Q: Regarding teens, how can parents teach their teens about adults, such as coaches or activity leaders, who may be grooming them? Parents may be fearful of adolescents getting into willing relationships with adults before they have the experience to understand the consequences.

A: For teens, have conversations about some adults not understanding healthy sexual development and teach them to know what to do if an adult they like/trust/know seems to violate the healthy boundaries you have taught them. Be sure to spend time talking with your teen about their relationships, if they feel uncomfortable, what they like/don’t like about an adult, if they are ever alone with a coach, activity leader. Teach children to tell you or another identified trusted adult if they feel uncomfortable with an adult.

Q: Without making children/teens fearful and paranoid about everyone, what can we tell them to keep them safe?

A: Explain not all adults/people understand healthy boundaries and some may want to do things that are not okay so they can feel better/loved/liked but that is not okay. Have ongoing conversations about how they feel with others (good, bad, confusing – all three), including their own friends, regarding boundaries.

Q: What kinds of questions should parents ask before signing their children up for activities, sports, clubs, church groups, etc. to know that the organization is doing everything they can to protect children?

A: Parents need to know the organization’s adult/child ratios and expectations of oversight. Does the organization allow an adult to be alone one on one with a youth? If so, why? Does the space allow for good oversight, observation of adult/child interactions? Is there a way to monitor adherence to policies? How can parents be assured an adult will not have access to be alone with their child? Avoid allowing a child to be in a situation with only them and one adult. Teach children to avoid being alone with an adult or isolating during parties, events, etc. (Ask for a buddy system, ask about restroom breaks/rules/oversight).

Q: What if the child has been in a sport/club/activity where the leader was accused or arrested for victimizing a minor? How should parents talk to their child or teen about that? How do they approach the subject if they think their child may have been a victim?

A: Depending on the circumstances and unless told by legal authorities who are part of an investigation not to discuss the situation with the child, a parent can talk (using developmentally appropriate language) to their child about the arrest of the leader. A parent can ask the child what they think or feel about the adult being arrested, if they have questions or if they know of anything else that may have happened to them or another child they want to talk about

Parents should be sure to let the child know they are not in trouble for anything the child may share or say, even if the child failed to follow a rule or did something they were not supposed to do. Parents need to be sure not to panic, appear stressed, frightened, or unable to listen or manage any information the child may want to share. Parents want to consider the child’s feelings about the adult and not bad mouth or indicate the person may be in trouble, as some children may be fearful of causing more trouble and/or may be emotionally attached to the person.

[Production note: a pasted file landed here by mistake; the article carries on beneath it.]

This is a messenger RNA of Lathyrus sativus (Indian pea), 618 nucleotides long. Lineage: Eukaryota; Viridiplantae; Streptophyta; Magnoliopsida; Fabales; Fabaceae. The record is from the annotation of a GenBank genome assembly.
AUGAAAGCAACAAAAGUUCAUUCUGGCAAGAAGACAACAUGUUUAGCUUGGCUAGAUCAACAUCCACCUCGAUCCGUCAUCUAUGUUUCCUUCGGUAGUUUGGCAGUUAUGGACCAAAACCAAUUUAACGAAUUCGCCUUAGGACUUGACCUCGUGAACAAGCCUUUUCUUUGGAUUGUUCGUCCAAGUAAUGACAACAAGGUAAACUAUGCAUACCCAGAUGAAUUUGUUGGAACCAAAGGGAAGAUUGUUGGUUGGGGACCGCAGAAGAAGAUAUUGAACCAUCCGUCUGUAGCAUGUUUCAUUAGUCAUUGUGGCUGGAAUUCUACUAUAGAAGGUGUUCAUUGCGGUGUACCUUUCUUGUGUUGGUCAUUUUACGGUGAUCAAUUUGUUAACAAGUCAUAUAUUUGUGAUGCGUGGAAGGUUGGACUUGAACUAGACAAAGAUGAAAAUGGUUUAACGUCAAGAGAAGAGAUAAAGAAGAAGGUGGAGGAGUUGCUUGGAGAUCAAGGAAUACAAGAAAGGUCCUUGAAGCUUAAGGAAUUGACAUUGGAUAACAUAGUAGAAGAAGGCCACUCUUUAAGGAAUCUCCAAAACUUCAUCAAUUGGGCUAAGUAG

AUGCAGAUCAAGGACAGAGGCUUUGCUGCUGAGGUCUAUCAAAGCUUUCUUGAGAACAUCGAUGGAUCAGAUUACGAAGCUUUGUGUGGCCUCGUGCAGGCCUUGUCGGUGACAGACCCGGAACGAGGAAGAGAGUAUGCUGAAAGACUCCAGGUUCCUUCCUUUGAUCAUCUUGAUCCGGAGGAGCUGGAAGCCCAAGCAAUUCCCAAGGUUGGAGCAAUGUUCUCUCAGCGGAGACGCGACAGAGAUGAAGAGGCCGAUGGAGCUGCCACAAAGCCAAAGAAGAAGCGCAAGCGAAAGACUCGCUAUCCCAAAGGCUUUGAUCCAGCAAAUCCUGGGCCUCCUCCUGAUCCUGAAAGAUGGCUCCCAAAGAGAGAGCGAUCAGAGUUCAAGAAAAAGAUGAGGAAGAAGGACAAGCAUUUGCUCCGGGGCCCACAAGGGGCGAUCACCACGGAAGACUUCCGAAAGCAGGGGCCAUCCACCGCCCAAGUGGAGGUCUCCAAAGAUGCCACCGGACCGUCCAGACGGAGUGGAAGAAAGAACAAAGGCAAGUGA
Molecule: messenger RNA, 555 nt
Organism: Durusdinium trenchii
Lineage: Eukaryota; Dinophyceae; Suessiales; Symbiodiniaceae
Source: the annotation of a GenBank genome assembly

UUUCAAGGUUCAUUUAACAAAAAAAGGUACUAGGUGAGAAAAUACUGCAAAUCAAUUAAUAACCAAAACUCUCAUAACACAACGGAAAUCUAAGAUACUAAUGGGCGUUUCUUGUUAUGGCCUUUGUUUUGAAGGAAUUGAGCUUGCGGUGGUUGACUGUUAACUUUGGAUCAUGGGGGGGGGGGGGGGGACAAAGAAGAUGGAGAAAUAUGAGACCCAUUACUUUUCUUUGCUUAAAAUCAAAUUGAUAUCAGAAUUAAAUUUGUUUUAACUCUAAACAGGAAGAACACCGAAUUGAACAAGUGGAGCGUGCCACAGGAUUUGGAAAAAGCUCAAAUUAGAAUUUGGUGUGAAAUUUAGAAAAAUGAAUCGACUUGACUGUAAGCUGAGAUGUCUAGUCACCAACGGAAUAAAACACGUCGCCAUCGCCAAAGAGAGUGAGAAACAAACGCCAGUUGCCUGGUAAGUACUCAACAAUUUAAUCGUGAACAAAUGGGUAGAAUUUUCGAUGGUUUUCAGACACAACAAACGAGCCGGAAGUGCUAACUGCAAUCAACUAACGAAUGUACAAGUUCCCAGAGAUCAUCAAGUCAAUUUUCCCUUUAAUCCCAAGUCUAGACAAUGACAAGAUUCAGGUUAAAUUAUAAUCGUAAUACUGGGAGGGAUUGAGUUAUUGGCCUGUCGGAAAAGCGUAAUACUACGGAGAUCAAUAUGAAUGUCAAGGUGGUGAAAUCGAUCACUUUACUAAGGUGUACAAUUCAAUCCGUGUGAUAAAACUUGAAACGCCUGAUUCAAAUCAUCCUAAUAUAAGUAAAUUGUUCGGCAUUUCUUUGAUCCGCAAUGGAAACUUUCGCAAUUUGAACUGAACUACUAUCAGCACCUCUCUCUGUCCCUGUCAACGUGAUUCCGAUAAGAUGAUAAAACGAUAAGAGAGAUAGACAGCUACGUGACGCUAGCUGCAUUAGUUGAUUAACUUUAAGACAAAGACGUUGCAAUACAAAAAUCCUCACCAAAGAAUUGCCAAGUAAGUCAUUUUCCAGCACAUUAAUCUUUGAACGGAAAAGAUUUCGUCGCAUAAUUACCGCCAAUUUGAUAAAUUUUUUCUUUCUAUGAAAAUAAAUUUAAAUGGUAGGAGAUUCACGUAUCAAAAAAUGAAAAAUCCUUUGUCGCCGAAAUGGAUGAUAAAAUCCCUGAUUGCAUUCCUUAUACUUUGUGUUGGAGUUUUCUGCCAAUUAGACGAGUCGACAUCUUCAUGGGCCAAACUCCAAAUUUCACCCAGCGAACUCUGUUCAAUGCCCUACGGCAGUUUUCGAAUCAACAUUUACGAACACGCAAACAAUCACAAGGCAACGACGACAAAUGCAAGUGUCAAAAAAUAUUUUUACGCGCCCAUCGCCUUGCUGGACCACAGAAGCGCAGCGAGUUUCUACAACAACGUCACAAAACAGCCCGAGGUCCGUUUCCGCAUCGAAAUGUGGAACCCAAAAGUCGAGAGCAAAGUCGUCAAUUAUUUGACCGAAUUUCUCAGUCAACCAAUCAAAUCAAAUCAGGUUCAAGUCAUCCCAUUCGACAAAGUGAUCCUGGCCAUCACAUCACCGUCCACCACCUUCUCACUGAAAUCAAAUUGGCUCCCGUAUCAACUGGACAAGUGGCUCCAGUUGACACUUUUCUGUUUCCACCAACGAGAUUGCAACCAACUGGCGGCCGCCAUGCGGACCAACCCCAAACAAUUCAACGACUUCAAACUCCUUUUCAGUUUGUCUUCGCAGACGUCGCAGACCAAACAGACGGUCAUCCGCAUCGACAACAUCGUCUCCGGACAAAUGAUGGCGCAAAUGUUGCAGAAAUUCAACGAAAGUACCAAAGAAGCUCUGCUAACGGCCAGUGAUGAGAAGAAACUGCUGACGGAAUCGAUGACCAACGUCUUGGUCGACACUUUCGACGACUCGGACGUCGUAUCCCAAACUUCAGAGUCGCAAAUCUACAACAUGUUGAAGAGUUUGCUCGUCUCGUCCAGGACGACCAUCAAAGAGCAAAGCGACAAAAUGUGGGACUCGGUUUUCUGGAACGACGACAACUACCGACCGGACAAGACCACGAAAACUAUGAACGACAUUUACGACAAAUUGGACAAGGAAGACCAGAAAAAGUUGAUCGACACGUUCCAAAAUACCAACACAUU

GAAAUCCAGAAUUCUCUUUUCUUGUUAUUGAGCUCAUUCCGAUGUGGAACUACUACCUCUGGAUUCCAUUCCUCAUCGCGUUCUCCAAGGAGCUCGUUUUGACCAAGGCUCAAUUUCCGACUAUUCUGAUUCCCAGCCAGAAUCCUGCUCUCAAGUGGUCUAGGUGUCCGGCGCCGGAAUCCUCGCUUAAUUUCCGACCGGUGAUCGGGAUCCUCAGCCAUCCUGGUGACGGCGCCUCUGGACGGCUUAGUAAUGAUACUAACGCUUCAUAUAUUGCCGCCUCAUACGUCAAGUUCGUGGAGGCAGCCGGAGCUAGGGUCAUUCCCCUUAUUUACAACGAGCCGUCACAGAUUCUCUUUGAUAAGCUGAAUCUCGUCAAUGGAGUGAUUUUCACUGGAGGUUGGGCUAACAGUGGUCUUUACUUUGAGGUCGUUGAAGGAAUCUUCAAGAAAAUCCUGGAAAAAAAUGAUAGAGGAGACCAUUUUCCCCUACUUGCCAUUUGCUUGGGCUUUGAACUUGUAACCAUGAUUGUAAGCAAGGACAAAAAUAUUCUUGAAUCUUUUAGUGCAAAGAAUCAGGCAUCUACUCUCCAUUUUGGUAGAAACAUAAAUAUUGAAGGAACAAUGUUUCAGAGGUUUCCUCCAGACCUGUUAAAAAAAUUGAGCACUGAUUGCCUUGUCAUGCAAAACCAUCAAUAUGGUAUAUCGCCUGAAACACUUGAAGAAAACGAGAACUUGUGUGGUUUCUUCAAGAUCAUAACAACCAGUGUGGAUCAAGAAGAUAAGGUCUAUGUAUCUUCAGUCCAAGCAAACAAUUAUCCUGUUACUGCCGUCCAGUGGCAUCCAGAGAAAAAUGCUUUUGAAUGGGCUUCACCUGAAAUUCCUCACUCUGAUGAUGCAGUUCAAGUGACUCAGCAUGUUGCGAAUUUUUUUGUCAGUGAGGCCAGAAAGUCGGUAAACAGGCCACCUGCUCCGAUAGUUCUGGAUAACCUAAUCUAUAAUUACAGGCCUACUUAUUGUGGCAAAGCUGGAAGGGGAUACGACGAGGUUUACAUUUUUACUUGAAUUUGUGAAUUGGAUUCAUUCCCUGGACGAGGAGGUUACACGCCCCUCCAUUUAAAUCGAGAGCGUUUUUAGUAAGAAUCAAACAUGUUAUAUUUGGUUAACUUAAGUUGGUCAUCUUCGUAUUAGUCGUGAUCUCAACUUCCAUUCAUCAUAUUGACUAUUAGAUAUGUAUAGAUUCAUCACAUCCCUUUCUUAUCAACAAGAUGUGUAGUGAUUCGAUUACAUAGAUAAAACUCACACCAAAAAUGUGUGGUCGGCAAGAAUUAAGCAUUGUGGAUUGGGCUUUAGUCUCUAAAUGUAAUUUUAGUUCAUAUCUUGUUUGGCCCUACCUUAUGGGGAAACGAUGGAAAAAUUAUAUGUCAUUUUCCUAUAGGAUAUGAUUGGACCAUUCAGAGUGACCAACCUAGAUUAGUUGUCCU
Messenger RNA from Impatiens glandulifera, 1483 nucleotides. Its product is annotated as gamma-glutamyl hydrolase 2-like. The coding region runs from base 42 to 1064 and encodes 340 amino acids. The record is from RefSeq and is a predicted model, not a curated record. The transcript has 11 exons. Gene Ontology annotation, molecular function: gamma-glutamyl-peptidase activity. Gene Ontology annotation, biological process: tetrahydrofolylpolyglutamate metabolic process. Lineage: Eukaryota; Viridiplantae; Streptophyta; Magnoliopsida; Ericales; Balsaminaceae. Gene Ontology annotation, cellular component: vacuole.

Q: Why do children/teens often not share that they have been victimized? What signs can parents watch for?

A: Children may feel ashamed of what happened, be fearful of the person getting into trouble, they may like the extra attention/gifts, etc., even if they know it is wrong, they may be fearful of getting hurt (or of other threats that may have been made), they may fear not being believed or blamed for “letting it happen” and causing more stress for the parent/family – especially if family is already experiencing stress.

Signs of sexual abuse or grooming: Child spends less time with caregiver/family, they may become depressed or regress in behaviors, have changes in sleep, may become easily angry or sad or have attitude change, have abnormal sexual behavior or interest, may be overly compliant, have unexplained illness/complaints, may gain or lose weight, may have a decline in grades or overall functioning, have new items, want to spend more time with the  adult person alone, may have pain when urinating or during bowel movements, may wet the bed, may want unsupervised access to the internet/phone/computer.

Q: Is there anything else parents should know about this topic?

A: Talking with children about healthy sexuality and body safety helps children understand more about themselves and how to protect themselves from not only an adult sexual predator, but also children/teens who may act out sexually. Establishing regular communication with children about how they feel at school, in social organizations, at friends’ homes, etc., allows children to share about uncomfortable situations. Sharing information at the child’s developmental level promotes awareness that can be built on as the child gets older, allowing for natural opportunities to discuss the child’s understanding and comfort to discuss with a parent.

If your child has experienced sexual abuse or trauma, you can call Family & Children’s Services at 918.587.9471. For a list of age-appropriate books on talking to kids about sex, go to

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Categories: Editor’s Blog